“I paid for an online course to study for my real estate test and a few other things. The most costly part about switching careers was the lack of funds coming in during my first six months! It took me six months to make my first sale, and that was a scary time. Luckily I was working part-time for an agent in my office and had a little in savings.”

Switching careers also come with a lot of work to build a new professional reputation for yourself, to meet people in your new industry, and in some cases, to get clients. Kristina pushed herself to break into the real estate world by getting out of her comfort zone.

“I held open houses for other agents, I door knocked, went to all the events, I started meeting with anyone who said they were interested in real estate. I also began meeting with people in the industry—investors, other realtors, and wholesalers.”

And it worked. Kristina’s first six months in real estate she made $43,000, which was $9,000 more than she made in 12 months at her old wedding coordinator job. Her second year in real estate she made over $100,000.

Go Freelance

Melanie Lockert, 32, is a freelance writer, blogger and event planner who comes from the nonprofit world. After getting her masters degree and working in the nonprofit field, she realized the numbers didn’t add up. She had $81,000 in student loans and a job that paid $30,000 a year. There was a hard limit to what she could earn in the nonprofit world, so she turned to freelancing to increase her income.

“My first year of freelancing, I doubled my income to $60,000. I started freelancing by cold pitching other bloggers and networking with freelancers who had established careers. Referrals were a big part of my success!”

Freelancing is great because there is no limit on what and how you earn your money. You don’t tap out at a salary cap, since your income is directly related to how much you want to work or what you can sell.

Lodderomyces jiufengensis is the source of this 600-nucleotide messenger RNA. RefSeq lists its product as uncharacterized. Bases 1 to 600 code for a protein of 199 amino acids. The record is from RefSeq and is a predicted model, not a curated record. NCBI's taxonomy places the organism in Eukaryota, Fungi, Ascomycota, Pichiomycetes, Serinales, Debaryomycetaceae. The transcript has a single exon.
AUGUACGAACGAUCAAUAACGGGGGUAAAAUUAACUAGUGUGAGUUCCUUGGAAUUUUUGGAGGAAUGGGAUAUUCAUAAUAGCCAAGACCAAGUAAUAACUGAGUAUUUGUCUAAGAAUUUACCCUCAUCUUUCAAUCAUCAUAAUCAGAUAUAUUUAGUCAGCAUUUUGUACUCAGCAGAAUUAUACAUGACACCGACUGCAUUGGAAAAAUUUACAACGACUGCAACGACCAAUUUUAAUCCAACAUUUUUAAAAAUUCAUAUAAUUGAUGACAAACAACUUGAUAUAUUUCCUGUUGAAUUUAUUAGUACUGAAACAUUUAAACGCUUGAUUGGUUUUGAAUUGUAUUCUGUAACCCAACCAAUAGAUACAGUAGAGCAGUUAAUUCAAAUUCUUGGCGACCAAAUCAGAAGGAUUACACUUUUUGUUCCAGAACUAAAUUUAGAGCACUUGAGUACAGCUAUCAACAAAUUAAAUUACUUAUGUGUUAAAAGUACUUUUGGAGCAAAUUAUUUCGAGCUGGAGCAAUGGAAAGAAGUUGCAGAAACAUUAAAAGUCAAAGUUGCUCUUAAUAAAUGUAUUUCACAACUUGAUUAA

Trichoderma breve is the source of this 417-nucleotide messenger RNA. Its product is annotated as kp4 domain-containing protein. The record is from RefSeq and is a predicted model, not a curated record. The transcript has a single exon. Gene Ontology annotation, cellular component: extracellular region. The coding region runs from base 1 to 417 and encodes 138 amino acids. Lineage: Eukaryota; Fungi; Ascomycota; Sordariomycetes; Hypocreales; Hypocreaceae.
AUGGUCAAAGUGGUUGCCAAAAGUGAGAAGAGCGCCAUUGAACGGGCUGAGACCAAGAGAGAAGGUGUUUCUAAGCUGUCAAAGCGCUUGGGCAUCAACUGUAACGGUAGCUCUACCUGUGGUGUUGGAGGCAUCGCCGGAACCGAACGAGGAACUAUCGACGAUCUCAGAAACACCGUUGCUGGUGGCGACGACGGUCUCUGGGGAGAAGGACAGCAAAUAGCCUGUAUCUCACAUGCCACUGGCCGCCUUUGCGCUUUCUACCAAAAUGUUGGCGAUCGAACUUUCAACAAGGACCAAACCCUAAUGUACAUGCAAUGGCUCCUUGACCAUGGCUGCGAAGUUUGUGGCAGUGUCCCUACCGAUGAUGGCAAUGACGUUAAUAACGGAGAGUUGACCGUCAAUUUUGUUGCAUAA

Melanie found that word of mouth lead to more clients, and that by raising her rates she could earn more for the same amount of work.

“I tend to raise my rates once per year or more depending on the scope of work. I think it’s imperative to raise your rates and do check-ins.”

For those considering going freelance, Melanie has two tips: “Never stop pitching,” and “Diversify your services!”

Increasing the scope of who you pitch and the services you offer will make you more attractive to clients. A freelance writer who can also create social media images is going to be a valuable hire, and can mean more money.

Kara Perez is a freelance personal finance writer living in Austin, Texas. She is passionate about helping people become financially literate and telling people’s money stories.

Any third-party resources or websites referenced above are not under Society of Grownups control. Society of Grownups cannot guarantee and are not responsible for the accuracy of the resources, websites, or any products or services available through such resources or websites.

While Society of Grownups hopes the information is useful, it’s only intended to provide general education. It’s not legal, tax, or investment advice, and may not apply or be useful to your specific financial situation. If you need recommendations geared to your personal financial situation, schedule time with a financial planner.